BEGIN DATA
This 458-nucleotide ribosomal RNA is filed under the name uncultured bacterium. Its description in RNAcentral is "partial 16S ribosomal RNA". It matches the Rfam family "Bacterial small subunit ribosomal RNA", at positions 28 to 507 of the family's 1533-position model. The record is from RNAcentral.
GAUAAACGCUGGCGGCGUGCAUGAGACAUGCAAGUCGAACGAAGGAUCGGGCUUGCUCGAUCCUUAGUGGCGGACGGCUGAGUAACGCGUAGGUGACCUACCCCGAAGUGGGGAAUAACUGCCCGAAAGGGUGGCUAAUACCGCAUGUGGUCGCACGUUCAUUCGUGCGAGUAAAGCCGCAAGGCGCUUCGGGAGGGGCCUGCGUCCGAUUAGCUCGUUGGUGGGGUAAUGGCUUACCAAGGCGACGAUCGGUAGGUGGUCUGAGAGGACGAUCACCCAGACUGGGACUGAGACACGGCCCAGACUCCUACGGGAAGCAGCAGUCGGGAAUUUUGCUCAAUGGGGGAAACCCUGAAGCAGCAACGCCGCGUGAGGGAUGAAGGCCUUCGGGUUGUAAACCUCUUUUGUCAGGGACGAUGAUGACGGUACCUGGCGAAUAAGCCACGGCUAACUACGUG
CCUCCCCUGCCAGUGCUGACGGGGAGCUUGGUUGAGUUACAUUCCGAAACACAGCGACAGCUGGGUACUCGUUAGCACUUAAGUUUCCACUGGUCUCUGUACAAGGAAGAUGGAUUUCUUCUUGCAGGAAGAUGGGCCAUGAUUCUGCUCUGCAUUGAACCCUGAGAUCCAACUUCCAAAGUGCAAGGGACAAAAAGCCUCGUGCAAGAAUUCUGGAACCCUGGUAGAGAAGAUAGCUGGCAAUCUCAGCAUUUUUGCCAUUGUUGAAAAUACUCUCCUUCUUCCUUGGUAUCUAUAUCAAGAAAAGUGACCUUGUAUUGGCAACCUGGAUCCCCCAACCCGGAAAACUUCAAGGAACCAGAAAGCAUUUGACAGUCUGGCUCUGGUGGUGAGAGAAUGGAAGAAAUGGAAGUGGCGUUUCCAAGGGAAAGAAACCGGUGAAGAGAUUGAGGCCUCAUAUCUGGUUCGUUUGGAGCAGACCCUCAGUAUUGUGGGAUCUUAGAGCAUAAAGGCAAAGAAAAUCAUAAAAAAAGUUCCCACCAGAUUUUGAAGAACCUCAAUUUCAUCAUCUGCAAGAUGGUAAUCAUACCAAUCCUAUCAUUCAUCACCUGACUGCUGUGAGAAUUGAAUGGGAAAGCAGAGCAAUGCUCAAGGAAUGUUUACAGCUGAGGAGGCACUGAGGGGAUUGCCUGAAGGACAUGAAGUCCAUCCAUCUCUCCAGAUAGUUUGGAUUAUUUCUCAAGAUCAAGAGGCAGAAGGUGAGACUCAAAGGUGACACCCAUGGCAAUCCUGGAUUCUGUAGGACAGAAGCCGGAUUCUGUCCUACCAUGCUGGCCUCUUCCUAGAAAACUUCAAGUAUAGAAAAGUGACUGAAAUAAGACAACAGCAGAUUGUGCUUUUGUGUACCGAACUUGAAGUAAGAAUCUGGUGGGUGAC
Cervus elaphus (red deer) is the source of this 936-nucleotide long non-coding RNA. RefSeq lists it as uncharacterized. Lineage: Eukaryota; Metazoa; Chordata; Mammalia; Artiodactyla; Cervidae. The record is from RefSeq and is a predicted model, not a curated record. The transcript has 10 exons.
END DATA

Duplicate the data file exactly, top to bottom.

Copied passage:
This 458-nucleotide ribosomal RNA is filed under the name uncultured bacterium. Its description in RNAcentral is "partial 16S ribosomal RNA". It matches the Rfam family "Bacterial small subunit ribosomal RNA", at positions 28 to 507 of the family's 1533-position model. The record is from RNAcentral.
GAUAAACGCUGGCGGCGUGCAUGAGACAUGCAAGUCGAACGAAGGAUCGGGCUUGCUCGAUCCUUAGUGGCGGACGGCUGAGUAACGCGUAGGUGACCUACCCCGAAGUGGGGAAUAACUGCCCGAAAGGGUGGCUAAUACCGCAUGUGGUCGCACGUUCAUUCGUGCGAGUAAAGCCGCAAGGCGCUUCGGGAGGGGCCUGCGUCCGAUUAGCUCGUUGGUGGGGUAAUGGCUUACCAAGGCGACGAUCGGUAGGUGGUCUGAGAGGACGAUCACCCAGACUGGGACUGAGACACGGCCCAGACUCCUACGGGAAGCAGCAGUCGGGAAUUUUGCUCAAUGGGGGAAACCCUGAAGCAGCAACGCCGCGUGAGGGAUGAAGGCCUUCGGGUUGUAAACCUCUUUUGUCAGGGACGAUGAUGACGGUACCUGGCGAAUAAGCCACGGCUAACUACGUG
CCUCCCCUGCCAGUGCUGACGGGGAGCUUGGUUGAGUUACAUUCCGAAACACAGCGACAGCUGGGUACUCGUUAGCACUUAAGUUUCCACUGGUCUCUGUACAAGGAAGAUGGAUUUCUUCUUGCAGGAAGAUGGGCCAUGAUUCUGCUCUGCAUUGAACCCUGAGAUCCAACUUCCAAAGUGCAAGGGACAAAAAGCCUCGUGCAAGAAUUCUGGAACCCUGGUAGAGAAGAUAGCUGGCAAUCUCAGCAUUUUUGCCAUUGUUGAAAAUACUCUCCUUCUUCCUUGGUAUCUAUAUCAAGAAAAGUGACCUUGUAUUGGCAACCUGGAUCCCCCAACCCGGAAAACUUCAAGGAACCAGAAAGCAUUUGACAGUCUGGCUCUGGUGGUGAGAGAAUGGAAGAAAUGGAAGUGGCGUUUCCAAGGGAAAGAAACCGGUGAAGAGAUUGAGGCCUCAUAUCUGGUUCGUUUGGAGCAGACCCUCAGUAUUGUGGGAUCUUAGAGCAUAAAGGCAAAGAAAAUCAUAAAAAAAGUUCCCACCAGAUUUUGAAGAACCUCAAUUUCAUCAUCUGCAAGAUGGUAAUCAUACCAAUCCUAUCAUUCAUCACCUGACUGCUGUGAGAAUUGAAUGGGAAAGCAGAGCAAUGCUCAAGGAAUGUUUACAGCUGAGGAGGCACUGAGGGGAUUGCCUGAAGGACAUGAAGUCCAUCCAUCUCUCCAGAUAGUUUGGAUUAUUUCUCAAGAUCAAGAGGCAGAAGGUGAGACUCAAAGGUGACACCCAUGGCAAUCCUGGAUUCUGUAGGACAGAAGCCGGAUUCUGUCCUACCAUGCUGGCCUCUUCCUAGAAAACUUCAAGUAUAGAAAAGUGACUGAAAUAAGACAACAGCAGAUUGUGCUUUUGUGUACCGAACUUGAAGUAAGAAUCUGGUGGGUGAC
Cervus elaphus (red deer) is the source of this 936-nucleotide long non-coding RNA. RefSeq lists it as uncharacterized. Lineage: Eukaryota; Metazoa; Chordata; Mammalia; Artiodactyla; Cervidae. The record is from RefSeq and is a predicted model, not a curated record. The transcript has 10 exons.